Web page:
Third, the Complaint plausibly alleges that the “wrong choice” by a police officer will
“frequently” deprive an individual of a constitutional right. Walker, 974 F.2d at 298. The
FINEST Message expressly warns officers that “intentional interference such as blocking or
obstructing cameras or ordering the person to cease . . . violates the First Amendment.”
The allegations regarding the numerous lawsuits, news reports, complaints to the CCRB
between 2014 and 2016 and the CCRB’s decision to prepare the so-called “bystander report” not
only support the inference that the City’s need for more or better supervision to protect against
constitutional violations was obvious, they also support the inference that the City failed to make
meaningful efforts to address the risk of harm. See Vann v. City of New York, 72 F.3d 1040,
1049 (2d Cir. 1995) (“An obvious need may be demonstrated through proof of repeated
complaints of civil rights violations . . . .”); Cash, 654 F.3d at 334 (“[D]eliberate indifference
may be inferred where the need for more or better supervision to protect against constitutional
violations was obvious, but the policymaker fail[ed] to make meaningful efforts to address the
risk of harm to plaintiffs.” (internal quotation marks and citations omitted)). The City’s
argument that a plaintiff cannot rely on these sources because they contain hearsay is unavailing;
although this objection may prevail on summary judgment, it does not on this Rule 12 motion.
See Osterhoudt v. City of New York, No. 10 Civ. 3173, 2012 WL 4481927, at *1 (E.D.N.Y. Sept.
27, 2012) (rejecting the defendant’s argument on a motion to dismiss that a plaintiff cannot
allege “deliberate indifference by pointing to other complaints and settlement agreements since
these papers contain unproven allegations” but observing that such sources “would hardly
prevent summary judgment”); cf. White v. City of New York, No. 13 Civ. 7421, 2015 WL
4601121, at *8 (S.D.N.Y. July 31, 2015) (“Courts have taken into account the existence of
similar lawsuits when deciding whether a plaintiff has adequately alleged a Monell claim.”).
Accordingly, the Complaint plausibly alleges a municipal policy based on a failure to supervise
The City argues that Plaintiff lacks standing in light of the FINEST Message, which it
contends is a constitutionally-adequate official policy. In support, it cites Curtis v. City of New
Haven, 726 F.2d 65 (2d Cir. 1984). In that case, the Second Circuit cited the Supreme Court’s
observation in Lyons that a plaintiff who sought injunctive relief against a municipality relating
to chokeholds by police “would have had to allege that he would have another encounter with the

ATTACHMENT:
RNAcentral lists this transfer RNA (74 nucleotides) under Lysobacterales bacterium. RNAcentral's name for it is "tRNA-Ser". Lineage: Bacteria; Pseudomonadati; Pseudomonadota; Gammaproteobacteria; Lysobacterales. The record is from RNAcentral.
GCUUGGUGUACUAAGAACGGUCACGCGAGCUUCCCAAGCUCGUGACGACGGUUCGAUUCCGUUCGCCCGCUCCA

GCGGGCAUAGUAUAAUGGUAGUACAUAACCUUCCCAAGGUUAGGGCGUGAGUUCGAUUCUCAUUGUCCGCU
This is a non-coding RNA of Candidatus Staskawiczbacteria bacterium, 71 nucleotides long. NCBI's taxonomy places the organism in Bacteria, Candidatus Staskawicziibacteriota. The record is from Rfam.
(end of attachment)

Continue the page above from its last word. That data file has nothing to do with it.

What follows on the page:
police” and “either that all [of the municipality’s] police officers always choke citizens with
whom they have an encounter or that the city ordered or authorized its police officers to act in
that manner.” Id. at 67 (citing Lyons, 461 U.S. at 105–06). The Second Circuit held that because
the defendant municipality’s “General Orders” in that case did not “order or authorize police
officers to act the way the juries found that they did,” the plaintiff lacked standing. Id. The City
reasons that Plaintiff cannot allege standing because the FINEST Message did not authorize the
NYPD officers to arrest Plaintiff in July 2014 solely for recording a police interaction.
Neither Curtis nor Lyons stands for the proposition that a plaintiff is foreclosed from
alleging standing whenever the municipality has a written policy that is constitutionally
adequate. As subsequent cases make clear, a “municipal policy” may be found “[w]here a city’s
official policy is constitutional, but the city causes its employees to apply it unconstitutionally.”
Amnesty Am., 361 F.3d at 126. “Such circumstances may be found, for example, where the city
is aware that its policy may be unconstitutionally applied by inadequately trained employees but
the city consciously chooses not to train them . . . .” Id. (citing City of Canton v. Harris, 489
U.S. 378, 387 (1989)). Importantly, a municipality’s policy of inaction may satisfy Lyons
because it is tantamount to authorizing, albeit through acquiescence, the subordinates’ conduct.
See Cash, 654 F.3d at 324 (“where a policymaking official exhibits deliberate indifference to
constitutional deprivations caused by subordinates, such that the official’s inaction constitutes a
deliberate choice, that acquiescence may be properly thought of as a city policy or custom” under
§ 1983 (quoting Amnesty Am., 361 F.3d at 126)). The Complaint therefore has adequately
alleged an official policy or its equivalent. See Shain, 356 F.3d at 215.
Likelihood of Future Harm
The Complaint adequately alleges the likelihood of future harm. A future harm is